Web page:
"Speculation" is just a pejorative term that implies that others are guessing while we know the truth.

I invest in the markets of the world. I don't know if they will rise or falter within the next 30 or 50 years. I'm gambling that they will rise. Call me an investor if you like what I do. Call me a speculator if you don't.
+10

Speculation is one of those words that gets tossed around here a lot without many having a good understanding of the context of its meaning.
“It's a dangerous business, Frodo, going out your door. You step onto the road, and if you don't keep your feet, there's no knowing where you might be swept off to.” J.R.R. Tolkien,The Lord of the Rings

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Re: Boglehead Portfolio vs. All Other Possible Investments

Post by nisiprius » Fri May 26, 2017 6:42 pm

Well, John C. Bogle wrote a whole book entitled The Clash of the Cultures: Speculation vs. Investment and what he means by it is "rapid trading of financial instruments of all kinds."
When I entered this business in 1951, right out of college, annual turnover of U.S. stocks was about 15 percent. Over the next 15 years, turnover averaged about 35 percent. By the late 1990s, it had gradually increased to the 100 percent range, and hit 150 percent in 2005. In 2008, stock turnover soared to the remarkable level of 280 percent, declining modestly to 250 percent in 2011.
Elsewhere in the book he fairly consistently uses the word "speculation" as part of the phrase "short-term speculation."

Right now I don't want to get drawn into the question of definitions or a survey of what other writers say, but I'll just point out the way he uses it. From that, I would gather that the distinction between speculation and investment is simply a question of the expected period of time your plan to hold.

Oh, OK, I'll add my personal definition. Nothing is purely investment or purely speculation, but it is speculation to the extent you are playing in something close to a zero-sum game--either because the asset has no earnings, or because you are acting on a time scale during which earnings do not have time to accumulate--and an important source of your expected profits is taking money away from another speculator who is not as clever as you. It is investment if an important source of your expected profits is not money taken from other speculators, but money earned by the enterprise backing the security.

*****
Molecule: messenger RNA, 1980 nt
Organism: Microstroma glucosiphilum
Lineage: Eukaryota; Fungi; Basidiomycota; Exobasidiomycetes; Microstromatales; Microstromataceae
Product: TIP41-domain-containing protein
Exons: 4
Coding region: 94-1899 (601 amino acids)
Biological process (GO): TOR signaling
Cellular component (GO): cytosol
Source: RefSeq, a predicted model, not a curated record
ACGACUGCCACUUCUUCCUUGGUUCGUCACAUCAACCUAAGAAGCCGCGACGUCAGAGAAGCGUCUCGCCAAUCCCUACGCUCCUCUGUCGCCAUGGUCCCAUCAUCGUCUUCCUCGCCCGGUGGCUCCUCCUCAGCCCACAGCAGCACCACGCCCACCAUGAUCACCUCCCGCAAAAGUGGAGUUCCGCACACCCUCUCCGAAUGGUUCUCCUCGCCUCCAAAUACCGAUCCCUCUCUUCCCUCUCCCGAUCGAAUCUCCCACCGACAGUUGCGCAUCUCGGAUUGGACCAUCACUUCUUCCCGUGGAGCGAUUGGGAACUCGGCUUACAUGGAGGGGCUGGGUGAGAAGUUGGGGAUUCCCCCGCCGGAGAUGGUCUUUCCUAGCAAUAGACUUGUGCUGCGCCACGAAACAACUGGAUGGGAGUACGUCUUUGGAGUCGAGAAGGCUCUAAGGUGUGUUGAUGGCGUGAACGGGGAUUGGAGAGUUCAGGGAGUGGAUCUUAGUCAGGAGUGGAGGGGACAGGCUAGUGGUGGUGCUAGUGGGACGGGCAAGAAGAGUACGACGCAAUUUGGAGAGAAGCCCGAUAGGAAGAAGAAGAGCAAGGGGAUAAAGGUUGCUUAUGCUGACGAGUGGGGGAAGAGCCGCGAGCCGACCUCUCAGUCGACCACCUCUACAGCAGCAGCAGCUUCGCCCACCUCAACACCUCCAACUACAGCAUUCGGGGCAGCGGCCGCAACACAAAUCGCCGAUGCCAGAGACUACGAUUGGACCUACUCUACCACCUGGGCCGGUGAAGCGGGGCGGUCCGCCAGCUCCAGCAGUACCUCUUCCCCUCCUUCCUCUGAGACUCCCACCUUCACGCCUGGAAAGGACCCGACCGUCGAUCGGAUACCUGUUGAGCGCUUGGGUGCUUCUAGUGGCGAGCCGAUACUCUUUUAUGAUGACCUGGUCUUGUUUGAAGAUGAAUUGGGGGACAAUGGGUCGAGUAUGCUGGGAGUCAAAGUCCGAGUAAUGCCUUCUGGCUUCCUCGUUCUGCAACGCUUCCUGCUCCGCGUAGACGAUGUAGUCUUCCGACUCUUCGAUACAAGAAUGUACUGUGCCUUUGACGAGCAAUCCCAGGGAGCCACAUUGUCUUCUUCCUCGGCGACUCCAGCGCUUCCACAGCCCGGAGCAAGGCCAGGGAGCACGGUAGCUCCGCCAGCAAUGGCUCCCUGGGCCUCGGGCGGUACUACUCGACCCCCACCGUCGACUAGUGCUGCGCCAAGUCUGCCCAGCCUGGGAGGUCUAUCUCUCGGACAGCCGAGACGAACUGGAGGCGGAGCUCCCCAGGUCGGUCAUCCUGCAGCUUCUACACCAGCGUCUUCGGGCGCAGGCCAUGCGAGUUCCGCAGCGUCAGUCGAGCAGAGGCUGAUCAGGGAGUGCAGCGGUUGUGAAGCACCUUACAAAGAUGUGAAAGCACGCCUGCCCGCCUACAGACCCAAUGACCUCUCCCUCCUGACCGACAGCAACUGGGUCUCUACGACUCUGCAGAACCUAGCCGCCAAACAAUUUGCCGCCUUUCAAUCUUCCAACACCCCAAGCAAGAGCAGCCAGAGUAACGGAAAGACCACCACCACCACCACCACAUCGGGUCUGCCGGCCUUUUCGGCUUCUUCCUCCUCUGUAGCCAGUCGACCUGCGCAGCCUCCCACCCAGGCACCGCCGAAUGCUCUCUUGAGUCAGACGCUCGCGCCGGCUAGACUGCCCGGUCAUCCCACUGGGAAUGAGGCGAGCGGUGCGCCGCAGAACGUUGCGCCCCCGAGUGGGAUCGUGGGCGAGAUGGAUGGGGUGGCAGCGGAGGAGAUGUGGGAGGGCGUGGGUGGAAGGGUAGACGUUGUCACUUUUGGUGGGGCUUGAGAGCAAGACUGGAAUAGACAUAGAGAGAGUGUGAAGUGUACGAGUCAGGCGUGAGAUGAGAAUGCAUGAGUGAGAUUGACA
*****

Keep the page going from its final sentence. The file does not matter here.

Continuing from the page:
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Re: Boglehead Portfolio vs. All Other Possible Investments

Post by Taylor Larimore » Fri May 26, 2017 6:45 pm

joer1212 wrote:Simple question: Is a passive, low-cost, diversified index portfolio* really the best bet to achieve the highest possible risk-adjusted, long-term returns anywhere?
joer1212:

Our mentor, Jack Bogle, has your answer:
"The beauty of owning the market is that you eliminate individual stock risk, you eliminate market sector risk, and you eliminate manager risk. -- In my view, owning the market and holding it forever is the ultimate strategy for winners." --
The Three-Fund Portfolio

Best wishes.
Taylor
"Simplicity is the master key to financial success." -- Jack Bogle

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Re: Boglehead Portfolio vs. All Other Possible Investments

Post by knpstr » Fri May 26, 2017 6:51 pm

joer1212 wrote:Simple question: Is a passive, low-cost, diversified index portfolio* really the best bet to achieve the highest possible risk-adjusted, long-term returns anywhere? How do you know this?
Best bet and highest possible, hmm...
I think it is a great bet that by locking in the average returns you'll do better than average investors (due to cost).

I don't know that it will return the best possible and with intense scrutinty maybe you could find someone/thing that you could feel comfortable betting on, or maybe yourself, it'd take a lot of work and then you couldn't be certain. Also, I wouldn't worry too much about "risk-adjusted" aspect of it all.
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Re: Boglehead Portfolio vs. All Other Possible Investments

Post by knpstr » Fri May 26, 2017 7:01 pm

willthrill81 wrote:
protagonist wrote:
arcticpineapplecorp. wrote:In the meantime, the best way to invest (not speculate) is to own the markets of the world. That way you're investing in the economy of the entire planet.
I invest in the markets of the world. I don't know if they will rise or falter within the next 30 or 50 years. I'm gambling that they will rise. Call me an investor if you like what I do. Call me a speculator if you don't.
+10

Speculation is one of those words that gets tossed around here a lot without many having a good understanding of the context of its meaning.
Ben Graham wrote: "A cynic's definition is that: an investment is a successful speculation and a speculation is an unsuccessful investment."
Very little is needed to make a happy life; it is all within yourself, in your way of thinking. -Marcus Aurelius

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Re: Boglehead Portfolio vs. All Other Possible Investments

Post by arcticpineapplecorp. » Fri May 26, 2017 7:51 pm

ok, i'll fall back on my old school reporting days...Webster's defines a speculation as...

https://www.google.com/search?q=what%27 ... 8&oe=utf-8

Speculation tends to be higher risk and short term focused, whereas investing tends to be lower risk and longer term focused.